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#ActualReflexus

Posted 24 May 2013 - 08:37 PM

but the actual results they produce aren't really "true to life" as regards to what we actually see or anything.


Bacterius has produced a much more realistic seeming result. Anyway, I've concluded that per-pixel flares should definitely operate in an HDR process, a deeper color space, or even a spectral process.

 

but really by that time it would just be easier to get a screen with a huge contrast ratio of 50,000:1 or something and so not have to do HDR in software at all.

 

Guess what monitor manufactures are thinking... 50,000:1? Really, by that time it would just be easier to do it in software. Also, I think you're completely wrong about this. To say the least, I'm quite happy my monitor doesn't pain me with those numbers. Then there's other important technical issues you're forgetting...


#5Reflexus

Posted 24 May 2013 - 08:36 PM

but the actual results they produce aren't really "true to life" as regards to what we actually see or anything.


Bacterius has produced a much more realistic seeming result. Anyway, I've concluded that per-pixel flares should definitely operate in an HDR process, a deeper color space, or even a spectral process.

 

but really by that time it would just be easier to get a screen with a huge contrast ratio of 50,000:1 or something and so not have to do HDR in software at all.

 

Guess what monitor manufactures are thinking... 50,000:1? Really, by that time it would just be easier to do it in software. Also, I think you're completely wrong about this. To say the least, I'm quite happy my monitor doesn't pain me with those numbers. Then there's other important technical (software-related) issues you're forgetting...


#4Reflexus

Posted 24 May 2013 - 08:35 PM

but the actual results they produce aren't really "true to life" as regards to what we actually see or anything.


Bacterius has produced a much more realistic seeming result. Anyway, I've concluded that per-pixel flares should definitely operate in an HDR process, a deeper color space, or even a spectral process.

 

but really by that time it would just be easier to get a screen with a huge contrast ratio of 50,000:1 or something and so not have to do HDR in software at all.

 

Guess what monitor manufactures are thinking... 50,000:1? Really, by that time it would just be easier to do it in software. Also, I think you're completely wrong about this. I'm quite happy my monitor doesn't pain me with those numbers.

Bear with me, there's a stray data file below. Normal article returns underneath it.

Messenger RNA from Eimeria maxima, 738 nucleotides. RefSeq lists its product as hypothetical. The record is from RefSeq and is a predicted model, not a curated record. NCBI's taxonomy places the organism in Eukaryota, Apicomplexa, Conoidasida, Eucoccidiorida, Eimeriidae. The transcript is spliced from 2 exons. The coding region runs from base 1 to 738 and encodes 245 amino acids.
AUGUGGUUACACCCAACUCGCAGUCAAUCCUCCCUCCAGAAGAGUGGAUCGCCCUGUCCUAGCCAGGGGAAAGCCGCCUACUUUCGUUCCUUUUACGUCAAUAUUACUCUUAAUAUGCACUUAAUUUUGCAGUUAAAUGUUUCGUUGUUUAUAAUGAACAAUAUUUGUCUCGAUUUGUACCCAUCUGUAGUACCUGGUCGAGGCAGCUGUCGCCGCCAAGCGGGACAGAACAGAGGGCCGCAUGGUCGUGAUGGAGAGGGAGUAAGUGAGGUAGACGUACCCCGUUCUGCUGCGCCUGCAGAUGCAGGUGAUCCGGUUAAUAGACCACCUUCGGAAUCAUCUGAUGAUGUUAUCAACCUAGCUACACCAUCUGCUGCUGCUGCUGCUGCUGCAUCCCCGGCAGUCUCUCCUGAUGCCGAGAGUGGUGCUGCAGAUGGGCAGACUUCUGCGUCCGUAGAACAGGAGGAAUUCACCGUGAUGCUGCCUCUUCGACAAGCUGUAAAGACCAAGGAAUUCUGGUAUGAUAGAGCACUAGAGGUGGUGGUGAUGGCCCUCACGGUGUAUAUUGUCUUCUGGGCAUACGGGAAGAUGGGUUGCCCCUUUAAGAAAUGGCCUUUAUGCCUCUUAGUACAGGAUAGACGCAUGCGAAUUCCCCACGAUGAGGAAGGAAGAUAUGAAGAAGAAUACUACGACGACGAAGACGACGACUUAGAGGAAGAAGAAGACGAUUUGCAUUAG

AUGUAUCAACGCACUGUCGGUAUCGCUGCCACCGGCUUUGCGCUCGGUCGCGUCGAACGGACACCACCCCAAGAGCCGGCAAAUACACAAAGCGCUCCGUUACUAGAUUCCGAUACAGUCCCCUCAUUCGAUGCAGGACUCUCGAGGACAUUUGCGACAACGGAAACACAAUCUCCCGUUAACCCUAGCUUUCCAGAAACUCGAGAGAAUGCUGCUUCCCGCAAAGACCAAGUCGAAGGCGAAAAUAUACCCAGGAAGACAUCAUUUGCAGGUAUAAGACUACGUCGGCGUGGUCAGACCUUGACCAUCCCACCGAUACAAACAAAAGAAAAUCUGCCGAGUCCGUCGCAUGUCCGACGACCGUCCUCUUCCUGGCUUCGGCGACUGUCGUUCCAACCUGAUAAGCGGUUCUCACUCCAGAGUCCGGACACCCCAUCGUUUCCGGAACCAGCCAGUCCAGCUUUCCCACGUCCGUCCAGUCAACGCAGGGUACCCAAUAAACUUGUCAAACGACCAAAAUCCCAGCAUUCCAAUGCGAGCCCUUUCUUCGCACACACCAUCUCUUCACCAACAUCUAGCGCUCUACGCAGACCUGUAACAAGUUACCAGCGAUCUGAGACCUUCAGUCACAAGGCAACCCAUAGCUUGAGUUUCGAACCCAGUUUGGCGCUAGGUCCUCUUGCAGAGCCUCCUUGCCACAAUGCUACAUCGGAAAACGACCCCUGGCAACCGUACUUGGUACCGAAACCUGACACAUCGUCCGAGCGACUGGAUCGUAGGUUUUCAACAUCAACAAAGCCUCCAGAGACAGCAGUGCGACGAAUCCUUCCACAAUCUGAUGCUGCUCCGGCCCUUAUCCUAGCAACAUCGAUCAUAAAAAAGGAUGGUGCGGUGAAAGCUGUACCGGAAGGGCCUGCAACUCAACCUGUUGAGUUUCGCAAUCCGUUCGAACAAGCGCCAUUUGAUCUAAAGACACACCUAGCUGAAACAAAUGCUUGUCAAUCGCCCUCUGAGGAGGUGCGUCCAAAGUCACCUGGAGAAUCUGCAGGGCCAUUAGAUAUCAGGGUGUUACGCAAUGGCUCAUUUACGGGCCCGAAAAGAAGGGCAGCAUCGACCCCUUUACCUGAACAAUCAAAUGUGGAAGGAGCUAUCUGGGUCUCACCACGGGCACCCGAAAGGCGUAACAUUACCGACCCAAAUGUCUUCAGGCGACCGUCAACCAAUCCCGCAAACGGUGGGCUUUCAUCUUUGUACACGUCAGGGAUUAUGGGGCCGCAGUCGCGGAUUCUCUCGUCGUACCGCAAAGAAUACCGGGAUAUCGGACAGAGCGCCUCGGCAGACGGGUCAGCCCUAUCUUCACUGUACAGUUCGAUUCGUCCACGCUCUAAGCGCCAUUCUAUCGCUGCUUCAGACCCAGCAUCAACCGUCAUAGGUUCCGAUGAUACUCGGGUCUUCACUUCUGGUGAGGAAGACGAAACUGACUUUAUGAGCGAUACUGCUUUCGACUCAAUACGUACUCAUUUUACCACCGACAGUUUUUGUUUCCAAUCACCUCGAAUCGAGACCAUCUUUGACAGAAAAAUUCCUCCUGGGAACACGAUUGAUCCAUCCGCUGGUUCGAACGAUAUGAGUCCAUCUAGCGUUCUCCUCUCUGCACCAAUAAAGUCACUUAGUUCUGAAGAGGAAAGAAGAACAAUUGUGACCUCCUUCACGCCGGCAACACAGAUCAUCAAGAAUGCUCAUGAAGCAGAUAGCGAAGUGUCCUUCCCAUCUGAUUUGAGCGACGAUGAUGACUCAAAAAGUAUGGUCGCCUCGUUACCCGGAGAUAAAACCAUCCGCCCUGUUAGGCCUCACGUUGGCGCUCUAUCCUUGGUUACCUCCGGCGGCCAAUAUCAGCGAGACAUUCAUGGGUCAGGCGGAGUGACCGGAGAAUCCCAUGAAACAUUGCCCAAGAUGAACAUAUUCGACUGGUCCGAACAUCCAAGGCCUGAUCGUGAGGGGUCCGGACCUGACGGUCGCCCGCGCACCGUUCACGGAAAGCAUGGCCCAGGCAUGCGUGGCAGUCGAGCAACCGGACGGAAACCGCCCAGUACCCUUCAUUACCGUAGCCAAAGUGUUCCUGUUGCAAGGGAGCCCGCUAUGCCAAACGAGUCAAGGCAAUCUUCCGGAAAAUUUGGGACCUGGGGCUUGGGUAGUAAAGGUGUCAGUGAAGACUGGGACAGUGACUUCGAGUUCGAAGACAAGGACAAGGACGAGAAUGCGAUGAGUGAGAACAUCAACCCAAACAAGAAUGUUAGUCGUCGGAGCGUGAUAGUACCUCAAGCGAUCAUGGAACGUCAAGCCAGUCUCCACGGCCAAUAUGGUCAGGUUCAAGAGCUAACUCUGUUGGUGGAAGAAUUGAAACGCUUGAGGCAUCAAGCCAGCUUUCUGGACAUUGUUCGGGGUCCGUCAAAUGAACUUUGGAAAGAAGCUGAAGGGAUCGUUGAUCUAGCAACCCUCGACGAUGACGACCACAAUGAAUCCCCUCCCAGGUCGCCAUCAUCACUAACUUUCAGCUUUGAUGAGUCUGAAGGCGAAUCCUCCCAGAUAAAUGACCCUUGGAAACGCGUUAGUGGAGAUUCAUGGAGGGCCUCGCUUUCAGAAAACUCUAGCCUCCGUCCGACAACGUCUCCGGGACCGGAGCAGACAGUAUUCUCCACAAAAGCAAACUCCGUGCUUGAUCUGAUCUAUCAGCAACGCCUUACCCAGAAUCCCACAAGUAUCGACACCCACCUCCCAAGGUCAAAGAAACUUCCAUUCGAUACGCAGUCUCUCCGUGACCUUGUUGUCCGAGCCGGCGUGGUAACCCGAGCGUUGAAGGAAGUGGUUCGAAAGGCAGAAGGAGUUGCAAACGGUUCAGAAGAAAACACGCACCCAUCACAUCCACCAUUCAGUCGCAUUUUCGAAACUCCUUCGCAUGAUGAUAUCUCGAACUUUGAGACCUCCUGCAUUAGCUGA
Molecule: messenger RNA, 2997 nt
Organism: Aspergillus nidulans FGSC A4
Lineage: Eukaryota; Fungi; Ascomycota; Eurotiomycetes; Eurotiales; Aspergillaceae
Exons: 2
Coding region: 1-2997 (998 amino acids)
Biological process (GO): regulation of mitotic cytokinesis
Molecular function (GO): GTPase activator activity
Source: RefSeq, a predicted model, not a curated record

#3Reflexus

Posted 24 May 2013 - 08:34 PM

but the actual results they produce aren't really "true to life" as regards to what we actually see or anything.


Bacterius has produced a much more realistic seeming result. Anyway, I've concluded that per-pixel flares should definitely operate in an HDR process, a deeper color space, or even a spectral process.

 

but really by that time it would just be easier to get a screen with a huge contrast ratio of 50,000:1 or something and so not have to do HDR in software at all.

 

Guess what monitor manufactures are thinking... 50,000:1? Really, by that time it would just be easier to do it in software.


#2Reflexus

Posted 24 May 2013 - 08:33 PM

but the actual results they produce aren't really "true to life" as regards to what we actually see or anything.


Bacterius has produced a much more realistic seeming result. Anyway, I've concluded that per-pixel flares should definitely operate in an HDR process, a deeper color space, or even a spectral process.

 

but really by that time it would just be easier to get a screen with a huge contrast ratio of 50,000:1 or something and so not have to do HDR in software at all.

 

Guess what monitor manufactures are thinking.


#1Reflexus

Posted 24 May 2013 - 08:29 PM

but the actual results they produce aren't really "true to life" as regards to what we actually see or anything.


Bacterius has produced a much more realistic seeming result. Anyway, I've concluded that per-pixel flares should definitely operate in an HDR process, a deeper color space, or even a spectral process.


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